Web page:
As competent as Brooks turned out to be however, it was the marvelous performances turned in by Zero Mostel and Gene Wilder that have given this film such longevity. Of course, your opinion may differ, but I honestly cannot picture another actor who could have handled either of the two lead roles with such ease – they owned their characters!

In terms of the DVD, there really is nothing new in the way of value-added material except the trailer for the upcoming theatrical remake, so as I mentioned above, there is not much need to double-dip. However, if you still have not picked up The Producers, there is little here not to like, as the disc is technically solid and the ported over extras should be of interest to fans of the film.

With all that said, this “Deluxe Edition” of The Producers comes very highly recommended, but (again) only for film buffs that do not yet own the title!!!

Stay tuned…


Who do we think I am?
Senior HTF Member
Dec 1, 1999
Gulf Coast
Real Name
Tony D.
so the only fifference with this and the old special edition is the trailer for the new movie?

i cant remember was the trivia booklet in the old one too?

Bill Thomann

Supporting Actor
Nov 2, 2003
I'll be buying it as I had the SE but lost it in Hurricane Charley & when I replaced it I got the "movie only edition". Time to get rid of that & get the 2 disc SE. Thanks for a great review.

Ira Siegel

Stunt Coordinator
Nov 28, 2004
Real Name
Ira Siegel
Thanks Jason for the advice regarding avoiding double dipping.
Two points:
1. Leo and Max were making a Broadway play, not a motion picture.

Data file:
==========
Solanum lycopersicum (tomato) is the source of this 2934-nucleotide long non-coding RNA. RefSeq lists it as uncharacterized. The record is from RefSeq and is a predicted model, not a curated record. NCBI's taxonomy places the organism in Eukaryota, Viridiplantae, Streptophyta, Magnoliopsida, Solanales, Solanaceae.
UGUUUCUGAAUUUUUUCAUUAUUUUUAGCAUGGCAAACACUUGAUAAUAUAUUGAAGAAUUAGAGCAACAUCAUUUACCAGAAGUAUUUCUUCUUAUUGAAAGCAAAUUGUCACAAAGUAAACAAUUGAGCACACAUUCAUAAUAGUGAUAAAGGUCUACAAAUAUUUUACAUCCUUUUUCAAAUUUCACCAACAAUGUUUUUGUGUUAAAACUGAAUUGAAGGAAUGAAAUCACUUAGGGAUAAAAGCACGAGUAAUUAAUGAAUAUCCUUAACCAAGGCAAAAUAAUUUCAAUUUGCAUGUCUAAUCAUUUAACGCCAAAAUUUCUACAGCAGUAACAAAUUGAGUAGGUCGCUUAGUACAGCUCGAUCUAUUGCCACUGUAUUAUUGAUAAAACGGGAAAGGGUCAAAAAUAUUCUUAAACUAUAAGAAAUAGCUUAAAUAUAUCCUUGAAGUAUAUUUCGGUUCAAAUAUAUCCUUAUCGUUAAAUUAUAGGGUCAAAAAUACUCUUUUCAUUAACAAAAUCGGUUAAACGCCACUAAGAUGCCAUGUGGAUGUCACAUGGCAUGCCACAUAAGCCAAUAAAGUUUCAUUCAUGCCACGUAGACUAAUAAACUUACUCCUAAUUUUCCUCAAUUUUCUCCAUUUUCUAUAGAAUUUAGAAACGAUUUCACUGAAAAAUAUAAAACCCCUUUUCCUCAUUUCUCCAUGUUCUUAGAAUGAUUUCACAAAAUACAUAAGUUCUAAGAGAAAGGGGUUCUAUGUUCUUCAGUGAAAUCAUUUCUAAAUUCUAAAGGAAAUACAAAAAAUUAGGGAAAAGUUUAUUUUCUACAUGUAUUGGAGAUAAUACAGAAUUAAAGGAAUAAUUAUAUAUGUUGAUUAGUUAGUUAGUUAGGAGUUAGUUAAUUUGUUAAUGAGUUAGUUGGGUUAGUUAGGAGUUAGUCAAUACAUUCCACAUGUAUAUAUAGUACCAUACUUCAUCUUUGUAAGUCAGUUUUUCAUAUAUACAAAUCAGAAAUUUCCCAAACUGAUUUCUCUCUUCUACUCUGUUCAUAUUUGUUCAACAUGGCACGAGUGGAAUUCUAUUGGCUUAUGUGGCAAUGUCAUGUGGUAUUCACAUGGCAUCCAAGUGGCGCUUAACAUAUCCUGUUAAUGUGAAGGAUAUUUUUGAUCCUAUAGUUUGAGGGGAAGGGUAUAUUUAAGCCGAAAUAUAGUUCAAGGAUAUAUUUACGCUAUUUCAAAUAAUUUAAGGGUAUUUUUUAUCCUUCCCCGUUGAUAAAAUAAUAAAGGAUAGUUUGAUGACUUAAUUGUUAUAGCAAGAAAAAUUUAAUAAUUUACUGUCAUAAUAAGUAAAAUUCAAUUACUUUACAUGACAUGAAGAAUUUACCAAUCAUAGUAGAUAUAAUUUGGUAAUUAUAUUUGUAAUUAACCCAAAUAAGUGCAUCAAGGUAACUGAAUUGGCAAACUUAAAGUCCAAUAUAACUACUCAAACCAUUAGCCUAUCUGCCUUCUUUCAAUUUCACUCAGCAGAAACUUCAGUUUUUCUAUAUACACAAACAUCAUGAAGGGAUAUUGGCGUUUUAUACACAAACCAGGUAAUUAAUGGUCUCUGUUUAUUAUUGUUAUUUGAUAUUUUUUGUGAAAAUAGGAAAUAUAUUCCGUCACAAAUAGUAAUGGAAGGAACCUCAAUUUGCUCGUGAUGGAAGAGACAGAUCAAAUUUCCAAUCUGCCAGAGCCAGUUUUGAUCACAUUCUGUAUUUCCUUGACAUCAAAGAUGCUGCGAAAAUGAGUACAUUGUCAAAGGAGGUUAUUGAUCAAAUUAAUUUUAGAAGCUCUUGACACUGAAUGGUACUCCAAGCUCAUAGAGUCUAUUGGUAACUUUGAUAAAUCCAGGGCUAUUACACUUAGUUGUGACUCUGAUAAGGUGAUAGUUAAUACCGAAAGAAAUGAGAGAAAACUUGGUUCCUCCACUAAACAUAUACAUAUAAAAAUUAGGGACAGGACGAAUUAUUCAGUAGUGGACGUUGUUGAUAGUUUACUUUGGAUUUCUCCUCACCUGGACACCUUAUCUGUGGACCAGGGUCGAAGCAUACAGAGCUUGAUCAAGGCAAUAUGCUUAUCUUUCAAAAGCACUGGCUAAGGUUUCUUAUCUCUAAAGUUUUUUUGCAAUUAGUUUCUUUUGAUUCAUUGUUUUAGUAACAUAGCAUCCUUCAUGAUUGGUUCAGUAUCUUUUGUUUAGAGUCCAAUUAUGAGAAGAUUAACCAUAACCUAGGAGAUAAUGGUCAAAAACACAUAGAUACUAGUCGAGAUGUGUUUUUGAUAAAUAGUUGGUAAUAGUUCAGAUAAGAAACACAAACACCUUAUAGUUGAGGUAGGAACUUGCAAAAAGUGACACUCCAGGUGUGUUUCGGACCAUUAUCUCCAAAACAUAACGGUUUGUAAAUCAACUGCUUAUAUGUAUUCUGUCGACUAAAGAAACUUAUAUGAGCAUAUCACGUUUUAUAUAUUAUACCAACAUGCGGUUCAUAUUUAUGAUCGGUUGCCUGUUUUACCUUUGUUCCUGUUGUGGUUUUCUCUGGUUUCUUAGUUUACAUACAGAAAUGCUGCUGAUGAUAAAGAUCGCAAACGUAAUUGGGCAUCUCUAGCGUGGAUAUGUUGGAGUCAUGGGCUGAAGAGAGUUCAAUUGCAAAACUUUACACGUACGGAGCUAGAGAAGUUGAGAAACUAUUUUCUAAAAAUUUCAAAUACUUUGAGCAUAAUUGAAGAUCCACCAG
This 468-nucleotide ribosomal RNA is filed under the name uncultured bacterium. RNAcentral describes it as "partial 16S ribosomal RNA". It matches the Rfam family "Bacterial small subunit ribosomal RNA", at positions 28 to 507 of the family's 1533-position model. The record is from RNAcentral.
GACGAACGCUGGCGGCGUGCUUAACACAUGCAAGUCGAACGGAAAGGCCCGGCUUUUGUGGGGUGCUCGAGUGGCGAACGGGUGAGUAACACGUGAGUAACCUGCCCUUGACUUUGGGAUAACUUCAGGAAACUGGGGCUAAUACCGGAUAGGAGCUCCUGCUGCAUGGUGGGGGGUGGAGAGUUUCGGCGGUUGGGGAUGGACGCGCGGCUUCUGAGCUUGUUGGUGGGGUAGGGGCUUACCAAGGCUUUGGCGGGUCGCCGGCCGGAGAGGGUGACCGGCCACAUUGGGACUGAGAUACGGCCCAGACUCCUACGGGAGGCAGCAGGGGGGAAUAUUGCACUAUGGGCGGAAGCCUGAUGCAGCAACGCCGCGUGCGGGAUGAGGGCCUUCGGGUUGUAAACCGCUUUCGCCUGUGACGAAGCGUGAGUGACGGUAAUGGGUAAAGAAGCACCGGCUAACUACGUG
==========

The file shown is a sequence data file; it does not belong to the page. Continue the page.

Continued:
2. The 4:3 version is open-matte, as opposed to a "mutilated" P&S version.
I've seen this movie many, many times, starting in '68. It is FUNNY! And I keep falling in love with Lee Meredith.


Senior HTF Member
Nov 20, 2002
Toronto area, Canada
Real Name
For sure, anybody who has a funnybone must have The Producers and Young Frankenstein available for *immediate* therapeutical viewing. No excuses accepted, this is your last warning.

Thanks for the review.


Senior HTF Member
Oct 31, 1997
So does this mean that the audio/video transfer is the same? I ask only because I'm not sure I'd rate the original DVD as highly in the A/V department as you do with this new set.

Thanks for the clarification!


Senior HTF Member
Oct 31, 1997
Still no word on whether or not the A/V transfer is the same as the old DVD?


Patrick McCart

Senior HTF Member
May 16, 2001
Georgia (the state)
Real Name
Patrick McCart
The original MGM 16x9 version looked amazing, so Columbia probably just ported the same master to their DVD.

It was fully restored on film prior to MGM's DVD.

This is useless to owners of the original DVD-14 SE, but if you never got that, this is worth owning. The documentary is excellent.

Steve Meskell

Second Unit
Dec 11, 2001
This might be the only movie that "might" look better in the 4:3 mode...Check the scene when LSD is sitting at the piano singing to Eva Braun. Also the scene on the lake with Leo and Max. It looks like too much information was cut when it is in widescreen.
Also some of the musical numbers are different in 5:1. They used the soundtrack that does not have any dancing sounds. Switch back and forth on the Springtime for Hitler number and you'll see what I mean.

It still looks great and the sound is top notch.